"We like to think we know the retail markets in North Carolina well, and Clemmons checked so many boxes for us with population growth, the demographics, retail demand and the site's location in Clemmons, as well as off Interstate 40.
"We thought, and we think many would agree, that the Kmart site was ripe for a better and higher use."
Whelan said that Harbour is looking for other opportunities in Forsyth and the Triad, "but nothing active right now. Our focus right now is on Clemmons and making it successful."
"We try to drive to drum up business the old-fashioned way, driving retail corridors and seeing what's shaking and leveraging relationships."
Will it work?
The site maps for Clemmons Market fit the pattern of a Harbour redevelopment project, said Raymond Collins with Collins Commercial Properties Inc. of Winston-Salem.
“Typically, a building of this size is cut up/demised for three or four larger users, all with their own front entry vestibule, in this case facing Lewisville-Clemmons Road,” Collins said.
“The amount of small shops typically implemented in a redevelopment like this is minimal, as the small shops take away store frontage from larger tenants.”
Collins said Harbour likely purchased the building in part because it believed it could market leased space in a growing Clemmons retail environment at a lower cost than start from scratch.
“The challenge to redeveloping a structure of this size, width and depth is that sometimes the full depth of the building cannot be repurposed in an economical way,” Collins said.
“As example, more than one tenant may share loading docks with a delivery corridor behind the retail showrooms.
“Alternatively, some of the space in the extreme rear of the building may go unutilized, or leased as a secondary, non-retail purpose, such as storage.”
Collins said that attracting Bojangles as a front door to the property “serves to bring new/additional traffic to the property, primarily morning drive, but also at lunch and dinner.”
“This helps to rebrand the property in giving customers a new reason to come to the site.”
Depending on the other anchor tenants, Collins said that “with patience, and a well-conceived game plan, Harbour will be successful in Clemmons.”
“The underlying Clemmons market is strong, with many well-established neighborhoods, growth in residential rooftops, high average household incomes and solid schools.
“Clemmons is also served by I-40 and other well-established arterials providing good access from a regional secondary market.”
Other tenants matter
“Aldi, like any grocery store, can act as an anchor,” said Zagros Madjd-Sadjadi, an economics professor at Winston-Salem State University.
“But, there has to be a realization of the type of clientele it attracts when it comes to leasing out the rest of the properties. It will likely attract a lower-per-square-foot leasing arrangement for the other portions than would a Harris Teeter, for example.”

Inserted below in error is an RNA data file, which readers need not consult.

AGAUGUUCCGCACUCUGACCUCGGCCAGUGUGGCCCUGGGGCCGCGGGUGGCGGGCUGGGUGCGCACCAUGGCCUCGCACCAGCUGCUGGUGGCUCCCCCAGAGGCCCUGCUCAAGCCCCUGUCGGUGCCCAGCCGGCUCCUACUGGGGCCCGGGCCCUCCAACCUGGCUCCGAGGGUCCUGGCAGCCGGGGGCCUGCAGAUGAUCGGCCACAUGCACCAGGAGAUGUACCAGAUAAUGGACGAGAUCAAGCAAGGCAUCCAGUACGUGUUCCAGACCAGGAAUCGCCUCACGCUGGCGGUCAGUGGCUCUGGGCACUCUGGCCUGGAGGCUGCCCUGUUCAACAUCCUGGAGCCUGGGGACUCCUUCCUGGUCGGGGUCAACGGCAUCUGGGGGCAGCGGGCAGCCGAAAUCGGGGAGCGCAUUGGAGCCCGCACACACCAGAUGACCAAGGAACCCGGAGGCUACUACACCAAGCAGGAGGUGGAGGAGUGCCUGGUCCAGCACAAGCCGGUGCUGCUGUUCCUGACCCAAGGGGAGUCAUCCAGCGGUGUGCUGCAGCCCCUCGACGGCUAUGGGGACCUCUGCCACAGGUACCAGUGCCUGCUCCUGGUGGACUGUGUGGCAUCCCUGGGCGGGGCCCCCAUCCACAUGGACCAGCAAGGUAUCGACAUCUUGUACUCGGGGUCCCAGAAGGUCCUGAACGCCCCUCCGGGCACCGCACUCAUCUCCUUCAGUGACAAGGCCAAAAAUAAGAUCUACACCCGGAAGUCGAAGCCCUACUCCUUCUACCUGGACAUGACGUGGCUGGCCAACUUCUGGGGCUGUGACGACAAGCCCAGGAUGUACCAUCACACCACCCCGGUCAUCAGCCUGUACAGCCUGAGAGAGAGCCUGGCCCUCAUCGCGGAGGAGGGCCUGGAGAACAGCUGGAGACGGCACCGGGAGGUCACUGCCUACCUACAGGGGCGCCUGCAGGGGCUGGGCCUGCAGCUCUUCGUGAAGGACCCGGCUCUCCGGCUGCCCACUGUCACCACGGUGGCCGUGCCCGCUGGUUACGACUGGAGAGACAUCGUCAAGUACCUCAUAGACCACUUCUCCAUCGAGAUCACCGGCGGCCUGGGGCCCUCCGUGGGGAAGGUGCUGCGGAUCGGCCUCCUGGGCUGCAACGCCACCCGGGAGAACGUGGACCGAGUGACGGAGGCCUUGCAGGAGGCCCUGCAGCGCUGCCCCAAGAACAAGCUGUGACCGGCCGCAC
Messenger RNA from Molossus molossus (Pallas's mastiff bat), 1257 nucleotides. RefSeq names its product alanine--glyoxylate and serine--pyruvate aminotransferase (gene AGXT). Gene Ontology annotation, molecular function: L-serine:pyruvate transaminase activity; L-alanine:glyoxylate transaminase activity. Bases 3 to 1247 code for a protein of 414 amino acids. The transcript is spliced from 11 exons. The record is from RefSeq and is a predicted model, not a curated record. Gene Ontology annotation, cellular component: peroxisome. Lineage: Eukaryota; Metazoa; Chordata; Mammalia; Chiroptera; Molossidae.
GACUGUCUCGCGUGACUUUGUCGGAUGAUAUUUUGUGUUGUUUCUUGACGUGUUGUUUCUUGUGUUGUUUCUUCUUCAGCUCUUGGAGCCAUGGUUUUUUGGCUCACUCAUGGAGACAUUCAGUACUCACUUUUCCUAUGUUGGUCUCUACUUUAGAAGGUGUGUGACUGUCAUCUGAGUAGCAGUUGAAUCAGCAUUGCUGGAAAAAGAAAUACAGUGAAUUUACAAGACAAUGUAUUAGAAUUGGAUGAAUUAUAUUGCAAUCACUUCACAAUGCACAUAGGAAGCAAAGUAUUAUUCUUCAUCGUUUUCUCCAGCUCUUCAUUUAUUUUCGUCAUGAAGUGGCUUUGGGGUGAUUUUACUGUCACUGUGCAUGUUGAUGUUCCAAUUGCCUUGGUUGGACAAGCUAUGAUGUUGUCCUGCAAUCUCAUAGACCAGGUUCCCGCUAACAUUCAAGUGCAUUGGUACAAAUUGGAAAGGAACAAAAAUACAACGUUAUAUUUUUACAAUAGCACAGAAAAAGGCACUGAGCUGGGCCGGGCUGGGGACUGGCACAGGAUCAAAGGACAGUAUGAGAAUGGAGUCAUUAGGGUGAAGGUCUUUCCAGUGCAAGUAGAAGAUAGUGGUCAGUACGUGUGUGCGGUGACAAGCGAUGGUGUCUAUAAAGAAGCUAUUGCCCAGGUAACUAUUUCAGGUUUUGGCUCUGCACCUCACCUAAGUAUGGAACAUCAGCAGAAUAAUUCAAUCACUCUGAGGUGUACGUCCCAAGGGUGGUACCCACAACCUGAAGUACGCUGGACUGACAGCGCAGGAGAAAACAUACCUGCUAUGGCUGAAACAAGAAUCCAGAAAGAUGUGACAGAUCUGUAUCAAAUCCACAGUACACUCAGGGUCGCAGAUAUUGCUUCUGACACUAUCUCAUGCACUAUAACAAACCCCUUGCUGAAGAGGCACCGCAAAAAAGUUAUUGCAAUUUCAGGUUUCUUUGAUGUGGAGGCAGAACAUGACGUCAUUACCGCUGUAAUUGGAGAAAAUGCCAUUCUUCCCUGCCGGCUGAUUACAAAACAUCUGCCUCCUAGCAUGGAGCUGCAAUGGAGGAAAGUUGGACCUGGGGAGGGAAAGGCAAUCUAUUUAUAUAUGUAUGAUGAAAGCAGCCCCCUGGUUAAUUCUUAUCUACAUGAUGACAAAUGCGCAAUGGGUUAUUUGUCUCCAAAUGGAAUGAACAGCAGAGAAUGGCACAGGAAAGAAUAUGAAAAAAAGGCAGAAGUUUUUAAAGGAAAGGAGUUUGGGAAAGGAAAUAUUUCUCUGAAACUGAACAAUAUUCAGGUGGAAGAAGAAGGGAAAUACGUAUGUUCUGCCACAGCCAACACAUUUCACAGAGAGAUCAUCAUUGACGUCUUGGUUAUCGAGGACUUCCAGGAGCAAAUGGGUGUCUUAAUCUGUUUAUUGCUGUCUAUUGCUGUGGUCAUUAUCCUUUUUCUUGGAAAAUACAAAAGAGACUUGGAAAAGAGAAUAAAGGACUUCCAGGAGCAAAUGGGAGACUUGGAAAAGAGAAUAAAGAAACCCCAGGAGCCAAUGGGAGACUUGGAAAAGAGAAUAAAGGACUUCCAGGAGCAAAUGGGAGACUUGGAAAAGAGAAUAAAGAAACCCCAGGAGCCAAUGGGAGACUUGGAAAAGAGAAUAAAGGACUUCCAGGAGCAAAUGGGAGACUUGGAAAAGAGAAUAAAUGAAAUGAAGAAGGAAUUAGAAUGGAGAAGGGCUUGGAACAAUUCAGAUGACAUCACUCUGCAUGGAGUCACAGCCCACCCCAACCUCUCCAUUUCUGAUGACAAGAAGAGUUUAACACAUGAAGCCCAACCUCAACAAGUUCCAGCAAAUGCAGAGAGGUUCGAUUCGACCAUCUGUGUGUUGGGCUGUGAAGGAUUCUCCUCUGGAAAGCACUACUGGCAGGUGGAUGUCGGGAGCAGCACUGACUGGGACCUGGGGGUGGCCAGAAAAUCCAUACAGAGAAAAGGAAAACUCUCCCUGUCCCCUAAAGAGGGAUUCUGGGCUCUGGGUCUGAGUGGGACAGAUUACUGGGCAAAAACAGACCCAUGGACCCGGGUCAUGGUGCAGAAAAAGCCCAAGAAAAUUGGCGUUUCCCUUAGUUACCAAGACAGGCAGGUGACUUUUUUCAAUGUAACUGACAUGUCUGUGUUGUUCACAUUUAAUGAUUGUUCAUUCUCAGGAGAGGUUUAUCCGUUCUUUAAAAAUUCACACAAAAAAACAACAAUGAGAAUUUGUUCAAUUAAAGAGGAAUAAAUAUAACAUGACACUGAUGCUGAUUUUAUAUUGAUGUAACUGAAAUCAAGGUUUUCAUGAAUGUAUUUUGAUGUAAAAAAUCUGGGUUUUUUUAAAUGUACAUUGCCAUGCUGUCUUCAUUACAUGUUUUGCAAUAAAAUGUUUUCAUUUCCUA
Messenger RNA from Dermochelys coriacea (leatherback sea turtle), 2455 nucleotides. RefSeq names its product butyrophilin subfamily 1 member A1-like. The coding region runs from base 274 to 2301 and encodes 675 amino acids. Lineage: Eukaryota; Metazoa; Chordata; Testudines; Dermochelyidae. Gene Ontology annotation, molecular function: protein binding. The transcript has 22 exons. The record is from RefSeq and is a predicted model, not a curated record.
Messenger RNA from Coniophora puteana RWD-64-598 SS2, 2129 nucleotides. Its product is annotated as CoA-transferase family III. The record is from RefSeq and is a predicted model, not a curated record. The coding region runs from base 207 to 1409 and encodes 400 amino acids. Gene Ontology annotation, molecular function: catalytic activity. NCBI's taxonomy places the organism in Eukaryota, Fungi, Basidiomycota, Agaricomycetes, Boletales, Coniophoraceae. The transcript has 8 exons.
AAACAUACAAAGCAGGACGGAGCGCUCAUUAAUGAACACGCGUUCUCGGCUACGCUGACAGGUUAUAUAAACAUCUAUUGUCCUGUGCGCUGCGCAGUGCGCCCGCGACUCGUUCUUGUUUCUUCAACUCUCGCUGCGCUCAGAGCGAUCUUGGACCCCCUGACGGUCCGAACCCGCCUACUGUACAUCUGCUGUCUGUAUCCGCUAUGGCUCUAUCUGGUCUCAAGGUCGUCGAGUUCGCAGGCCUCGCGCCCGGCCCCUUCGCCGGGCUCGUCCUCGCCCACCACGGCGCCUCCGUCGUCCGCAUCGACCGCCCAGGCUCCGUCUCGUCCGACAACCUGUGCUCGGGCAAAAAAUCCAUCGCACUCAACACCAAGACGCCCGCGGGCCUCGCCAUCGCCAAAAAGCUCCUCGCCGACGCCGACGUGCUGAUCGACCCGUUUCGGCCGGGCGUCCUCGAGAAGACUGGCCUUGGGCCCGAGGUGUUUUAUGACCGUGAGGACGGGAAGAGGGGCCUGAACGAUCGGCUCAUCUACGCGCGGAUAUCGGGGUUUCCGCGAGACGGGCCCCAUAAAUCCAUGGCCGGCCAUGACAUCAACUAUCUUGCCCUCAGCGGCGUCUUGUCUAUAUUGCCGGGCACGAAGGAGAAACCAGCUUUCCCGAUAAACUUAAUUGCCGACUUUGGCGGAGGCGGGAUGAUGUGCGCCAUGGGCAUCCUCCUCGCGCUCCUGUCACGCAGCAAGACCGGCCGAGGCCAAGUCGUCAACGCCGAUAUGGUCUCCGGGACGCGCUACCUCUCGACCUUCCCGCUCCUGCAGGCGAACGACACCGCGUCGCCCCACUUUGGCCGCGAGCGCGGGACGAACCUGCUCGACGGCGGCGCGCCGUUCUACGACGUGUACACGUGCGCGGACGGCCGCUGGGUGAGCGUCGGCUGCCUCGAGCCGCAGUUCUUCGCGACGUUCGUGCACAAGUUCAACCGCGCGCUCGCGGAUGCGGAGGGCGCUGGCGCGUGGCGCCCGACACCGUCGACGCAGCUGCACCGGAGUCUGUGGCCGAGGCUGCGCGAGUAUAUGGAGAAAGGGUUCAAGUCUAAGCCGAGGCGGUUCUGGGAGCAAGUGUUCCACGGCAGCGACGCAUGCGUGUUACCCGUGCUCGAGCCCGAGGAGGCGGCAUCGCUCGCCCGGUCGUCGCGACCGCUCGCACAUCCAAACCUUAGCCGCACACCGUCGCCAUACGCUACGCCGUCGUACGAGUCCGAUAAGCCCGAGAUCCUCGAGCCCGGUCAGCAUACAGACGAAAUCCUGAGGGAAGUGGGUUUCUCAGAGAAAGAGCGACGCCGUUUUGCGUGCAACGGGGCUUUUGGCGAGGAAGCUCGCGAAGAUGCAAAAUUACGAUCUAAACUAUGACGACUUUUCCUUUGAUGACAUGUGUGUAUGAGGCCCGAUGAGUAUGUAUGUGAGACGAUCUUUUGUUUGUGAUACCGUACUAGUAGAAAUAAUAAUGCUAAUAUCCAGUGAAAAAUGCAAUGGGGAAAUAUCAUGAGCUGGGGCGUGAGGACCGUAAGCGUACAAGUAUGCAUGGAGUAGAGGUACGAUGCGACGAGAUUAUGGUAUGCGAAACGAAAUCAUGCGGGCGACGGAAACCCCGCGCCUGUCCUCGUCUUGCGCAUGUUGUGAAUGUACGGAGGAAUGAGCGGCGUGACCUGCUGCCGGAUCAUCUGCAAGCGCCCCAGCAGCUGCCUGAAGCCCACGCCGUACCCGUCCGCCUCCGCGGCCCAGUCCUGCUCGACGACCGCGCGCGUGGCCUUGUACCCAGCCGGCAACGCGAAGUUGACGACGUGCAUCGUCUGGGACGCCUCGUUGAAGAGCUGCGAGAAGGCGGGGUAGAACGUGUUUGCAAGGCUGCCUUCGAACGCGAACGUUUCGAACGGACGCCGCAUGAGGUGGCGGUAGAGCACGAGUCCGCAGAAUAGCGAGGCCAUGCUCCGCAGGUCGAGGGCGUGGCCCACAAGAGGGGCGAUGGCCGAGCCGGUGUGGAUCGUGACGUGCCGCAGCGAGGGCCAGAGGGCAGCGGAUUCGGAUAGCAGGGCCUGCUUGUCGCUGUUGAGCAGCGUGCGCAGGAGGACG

Madjd-Sadjadi said offering separate enclosures will work better and be more profitable for Harbour.
He said it’s more likely the Clemmons Market tenants will serve as a modest traffic driver to the Bojangles than vice versa.
“As for having a Bojangles as an outparcel, like most fast-food restaurants, it is not a destination shopping experience,” Madjd-Sadjadi said.
“So, while it helps to bring in revenue for the mall operator, it does little to create traffic for other operators in the mall in most cases.”
Whelan said the timing for Clemmons Market is based in part "that a majority of the population is saying a mask is enough to make me feel safe, so I'm going to go out and shop my local retail outlets and local restaurants."
"We believe those retailers and restaurants that are active now will stand to benefit as consumers adapt their habits.
"The demand for retail is still there," Whelan said. "What is looks like is changing."
A local retailing and marketing expert said Harbour and Aldi’s timing may be fortuitous for proceeding with Clemmons Market.
“While most forecasters predict the growth in e-commerce that has occurred during the pandemic should hold going forward, it seems inevitable there will be some retail correction ahead as brick-and-mortar stores swing their doors wide open to welcome old and new customers alike,” said Roger Beahm, executive director of the Center for Retail Innovation at the Wake Forest University School of Business.
“We shouldn’t underestimate the power of a good merchant.”
Another factor that could benefit the developer is Beahm’s sense that consumers — post-pandemic — will “want some normalcy back in their lives.”
“We’re seeing light at the end of this tunnel, and we may be only months away now from an ‘all clear.’
“Retailers know brick-and-mortar offers advantages that online can’t deliver,” Beahm said. “The key is to turn those differences into a competitive advantage. Smart retailers will figure out how.”
Another advantage brick-and-mortar retailers could have post-pandemic is ramping up “a more entertaining in-store experience.”
“Retail will never again be as it was,” Beahm said.
“But as long as consumers love to shop with their hearts, as well as their minds, and to experience shopping with all their physical senses and not just two, brick-and-mortar will have a competitive point-of-difference.”